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Surveillance Level 3, Active

By Ishtar

Author Notes:

This has not been beta'd or Brit-picked.   It came crashing into my head at dinner one night and demanded to be written.

The night John Watson shoots a cabbie to save the life of Sherlock Holmes, Mycroft Holmes puts them both under surveillance Level 3, active. This requires not only the routing of the feed from the CCTV cameras on Baker Street to one of Mycroft’s underlings and monitoring of where they go outside the flat (easy in the case of John, very difficult in the case of Sherlock), but also the installation of cameras and microphones inside the flat. It isn’t that Mycroft thinks John might harm his little brother, or that he thinks either man would say or do the least thing seditious (the usual reason people get put on the surveillance level 3, active list). It's just that he worries.

Therefore, on the first opportunity they have after John has finished moving his (few, paltry) belongings into the flat, Mycroft’s agents infiltrate the place and plant discreet cameras in the main living areas and the bedrooms (but not the full bath in the main level of the flat or the half bath attached to John’s room – Mycroft’s worrying does have limits). A microphone is placed under Sherlock’s desk in the sitting room, as that is the area where most interaction between them and any visitors is likely to take place.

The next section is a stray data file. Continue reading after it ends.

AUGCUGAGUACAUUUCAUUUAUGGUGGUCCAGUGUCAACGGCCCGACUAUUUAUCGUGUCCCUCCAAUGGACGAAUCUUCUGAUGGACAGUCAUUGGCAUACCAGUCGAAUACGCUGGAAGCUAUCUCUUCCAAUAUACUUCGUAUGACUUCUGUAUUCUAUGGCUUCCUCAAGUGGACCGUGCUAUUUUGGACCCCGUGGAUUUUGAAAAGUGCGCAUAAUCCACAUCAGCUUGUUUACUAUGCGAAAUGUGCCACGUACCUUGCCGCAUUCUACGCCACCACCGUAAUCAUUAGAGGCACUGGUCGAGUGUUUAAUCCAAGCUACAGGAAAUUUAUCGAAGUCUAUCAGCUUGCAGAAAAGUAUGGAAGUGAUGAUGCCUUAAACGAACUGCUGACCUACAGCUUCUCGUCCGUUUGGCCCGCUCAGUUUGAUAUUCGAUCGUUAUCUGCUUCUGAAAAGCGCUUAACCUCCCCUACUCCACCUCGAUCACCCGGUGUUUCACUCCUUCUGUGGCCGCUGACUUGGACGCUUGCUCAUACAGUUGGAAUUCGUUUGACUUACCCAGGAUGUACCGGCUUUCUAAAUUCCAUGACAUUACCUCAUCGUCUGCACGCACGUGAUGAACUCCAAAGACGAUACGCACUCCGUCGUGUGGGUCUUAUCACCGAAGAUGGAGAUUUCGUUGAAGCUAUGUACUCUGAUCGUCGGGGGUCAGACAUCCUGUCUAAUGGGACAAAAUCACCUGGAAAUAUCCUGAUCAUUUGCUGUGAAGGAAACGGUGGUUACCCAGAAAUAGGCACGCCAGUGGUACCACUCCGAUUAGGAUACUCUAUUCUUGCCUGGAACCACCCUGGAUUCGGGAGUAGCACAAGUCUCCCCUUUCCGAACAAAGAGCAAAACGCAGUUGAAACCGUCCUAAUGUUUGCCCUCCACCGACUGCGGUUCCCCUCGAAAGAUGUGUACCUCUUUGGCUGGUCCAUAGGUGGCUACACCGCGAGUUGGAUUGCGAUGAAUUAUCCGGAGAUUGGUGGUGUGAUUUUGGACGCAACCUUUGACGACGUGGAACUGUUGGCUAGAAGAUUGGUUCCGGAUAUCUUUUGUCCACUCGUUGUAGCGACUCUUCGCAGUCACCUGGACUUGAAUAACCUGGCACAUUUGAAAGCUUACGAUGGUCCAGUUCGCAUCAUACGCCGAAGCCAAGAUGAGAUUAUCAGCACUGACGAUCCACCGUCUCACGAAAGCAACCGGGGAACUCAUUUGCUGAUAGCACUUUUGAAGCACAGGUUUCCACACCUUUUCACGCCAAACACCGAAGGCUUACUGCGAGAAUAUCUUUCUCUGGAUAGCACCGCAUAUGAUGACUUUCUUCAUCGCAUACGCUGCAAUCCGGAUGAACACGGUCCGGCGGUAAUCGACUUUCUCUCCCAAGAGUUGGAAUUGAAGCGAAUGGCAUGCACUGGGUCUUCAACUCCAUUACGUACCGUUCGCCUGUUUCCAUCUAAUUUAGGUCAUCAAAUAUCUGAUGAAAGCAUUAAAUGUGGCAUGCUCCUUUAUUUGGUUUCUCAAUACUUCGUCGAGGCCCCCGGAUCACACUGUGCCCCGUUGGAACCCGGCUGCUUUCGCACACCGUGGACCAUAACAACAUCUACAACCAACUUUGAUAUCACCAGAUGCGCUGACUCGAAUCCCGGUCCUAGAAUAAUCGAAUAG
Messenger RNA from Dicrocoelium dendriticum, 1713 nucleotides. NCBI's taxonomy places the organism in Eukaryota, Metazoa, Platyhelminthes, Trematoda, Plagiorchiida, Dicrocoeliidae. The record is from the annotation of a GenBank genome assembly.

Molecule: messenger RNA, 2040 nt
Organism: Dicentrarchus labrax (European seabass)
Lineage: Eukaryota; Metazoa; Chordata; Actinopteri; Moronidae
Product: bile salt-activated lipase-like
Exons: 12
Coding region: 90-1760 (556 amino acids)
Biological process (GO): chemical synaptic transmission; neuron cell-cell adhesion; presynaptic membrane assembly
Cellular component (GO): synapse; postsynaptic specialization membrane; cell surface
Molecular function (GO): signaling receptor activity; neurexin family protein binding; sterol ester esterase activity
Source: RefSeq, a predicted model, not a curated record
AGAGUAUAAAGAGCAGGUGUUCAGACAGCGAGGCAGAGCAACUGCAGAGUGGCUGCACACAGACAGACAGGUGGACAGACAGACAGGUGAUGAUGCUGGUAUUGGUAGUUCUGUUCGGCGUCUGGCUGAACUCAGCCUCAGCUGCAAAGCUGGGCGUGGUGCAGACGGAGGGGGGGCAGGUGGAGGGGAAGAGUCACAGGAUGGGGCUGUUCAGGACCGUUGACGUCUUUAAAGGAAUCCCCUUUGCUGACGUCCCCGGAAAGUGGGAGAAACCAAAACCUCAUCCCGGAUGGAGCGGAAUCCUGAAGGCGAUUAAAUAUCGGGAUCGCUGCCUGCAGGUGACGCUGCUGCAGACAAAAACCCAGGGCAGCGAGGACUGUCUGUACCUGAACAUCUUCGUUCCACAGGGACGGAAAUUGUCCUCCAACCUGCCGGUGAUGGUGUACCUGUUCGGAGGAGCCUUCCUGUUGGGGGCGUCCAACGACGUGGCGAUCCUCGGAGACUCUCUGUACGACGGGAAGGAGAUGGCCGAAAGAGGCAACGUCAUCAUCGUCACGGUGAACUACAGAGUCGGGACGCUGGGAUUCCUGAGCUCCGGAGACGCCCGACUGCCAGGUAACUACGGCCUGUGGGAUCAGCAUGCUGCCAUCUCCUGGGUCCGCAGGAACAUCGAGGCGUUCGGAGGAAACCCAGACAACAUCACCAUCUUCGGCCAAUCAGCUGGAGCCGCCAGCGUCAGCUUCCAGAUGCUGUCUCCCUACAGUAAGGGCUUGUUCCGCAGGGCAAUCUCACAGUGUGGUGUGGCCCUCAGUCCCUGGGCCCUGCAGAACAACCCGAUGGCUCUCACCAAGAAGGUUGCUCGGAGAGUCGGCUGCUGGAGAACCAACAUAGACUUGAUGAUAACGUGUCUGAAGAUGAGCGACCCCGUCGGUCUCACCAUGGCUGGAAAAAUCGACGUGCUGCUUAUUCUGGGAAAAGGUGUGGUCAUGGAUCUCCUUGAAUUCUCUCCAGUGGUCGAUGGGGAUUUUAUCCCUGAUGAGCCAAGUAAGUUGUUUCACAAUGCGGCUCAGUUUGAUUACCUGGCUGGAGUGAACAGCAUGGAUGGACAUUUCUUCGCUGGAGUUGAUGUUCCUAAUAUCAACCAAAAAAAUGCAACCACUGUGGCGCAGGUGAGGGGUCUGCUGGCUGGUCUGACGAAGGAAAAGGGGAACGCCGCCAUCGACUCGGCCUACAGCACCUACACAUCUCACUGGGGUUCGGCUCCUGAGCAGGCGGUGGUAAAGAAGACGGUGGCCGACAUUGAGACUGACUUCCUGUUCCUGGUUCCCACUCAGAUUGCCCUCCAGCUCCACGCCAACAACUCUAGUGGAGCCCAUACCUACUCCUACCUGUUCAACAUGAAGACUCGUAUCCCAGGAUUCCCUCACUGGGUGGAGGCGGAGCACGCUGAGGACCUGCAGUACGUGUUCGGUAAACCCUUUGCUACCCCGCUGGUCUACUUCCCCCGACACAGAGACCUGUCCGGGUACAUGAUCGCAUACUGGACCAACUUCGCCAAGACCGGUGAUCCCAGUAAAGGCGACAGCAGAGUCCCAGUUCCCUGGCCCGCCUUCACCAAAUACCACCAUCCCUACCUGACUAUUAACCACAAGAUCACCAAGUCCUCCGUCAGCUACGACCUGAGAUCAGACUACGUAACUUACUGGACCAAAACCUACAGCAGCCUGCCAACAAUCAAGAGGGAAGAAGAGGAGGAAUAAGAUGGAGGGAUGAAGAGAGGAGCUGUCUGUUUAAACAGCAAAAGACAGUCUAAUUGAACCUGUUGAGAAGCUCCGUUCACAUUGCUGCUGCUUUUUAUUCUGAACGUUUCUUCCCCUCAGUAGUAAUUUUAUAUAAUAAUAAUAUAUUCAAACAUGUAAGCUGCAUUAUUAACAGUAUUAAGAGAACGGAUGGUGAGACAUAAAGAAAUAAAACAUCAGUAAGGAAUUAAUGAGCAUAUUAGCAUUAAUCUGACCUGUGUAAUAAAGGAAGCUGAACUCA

Within an hour after returning to the flat, Sherlock finds and smashes both cameras in the sitting room, the one in the kitchen, and the one in his bedroom.

(Begin transmission)


SUBJECT J. WATSON: What on earth are you doing under there, Sherlock?

SUBJECT S. HOLMES: We’ve got bugs.

SUBJECT J. WATSON: I’ll run down and get some spray then.

SUBJECT S. HOLMES: Not that kind of bug, John. Oh there you are, you little … *zzzt*

(End transmission)

The last camera, the one in John’s bedroom, is destroyed a few minutes later.

A week later, Mycroft’s agents try again. This time, they are much more careful about not disturbing anything, not even dust, while they are in the flat, and manage to hide the cameras where they are much harder to find, although they don’t get ideal coverage of the areas to be watched.

Due to the general level of chaos in Sherlock’s decorating style (and the sudden delivery of a number of boxes of books which obstruct the views), this round of bugs goes unnoticed for several days. John is a much neater man, by inclination and by training, than Sherlock is. There is almost no clutter in his bedroom, and therefore fewer places to hide a camera, at least not where it would do any good. On the other hand, he is not (yet) paranoid enough to do regular sweeps of his room. He finds the camera the first time he has a chance to relax after being kidnapped and held hostage, and treats the tiny bit of plastic and electronics as if it is responsible for all the frustrations of the past few days.

The rest of them don’t last much longer.

Mycroft’s people become ever sneakier in the placement of the cameras. They give up the microphone after John spends an interminable week reading his medical texts into it. (This drives Sherlock out of the flat in less than fifteen minutes, but John is nothing if not patient. Besides, he has to revise for his medical license renewal.)

The cameras in the first floor of the flat are simply destroyed as soon as they are noticed. A camera that appears in the foyer is replaced with one of their own; Sherlock feels that a little advance warning might help the next time a kidnapper shows up on their doorstep.

The cameras in John’s bedroom vanish after he starts doing rude pantomimes to them.

The cameras in Sherlock’s bedroom are discontinued because he so rarely uses it and the camera budget must be cut somewhere.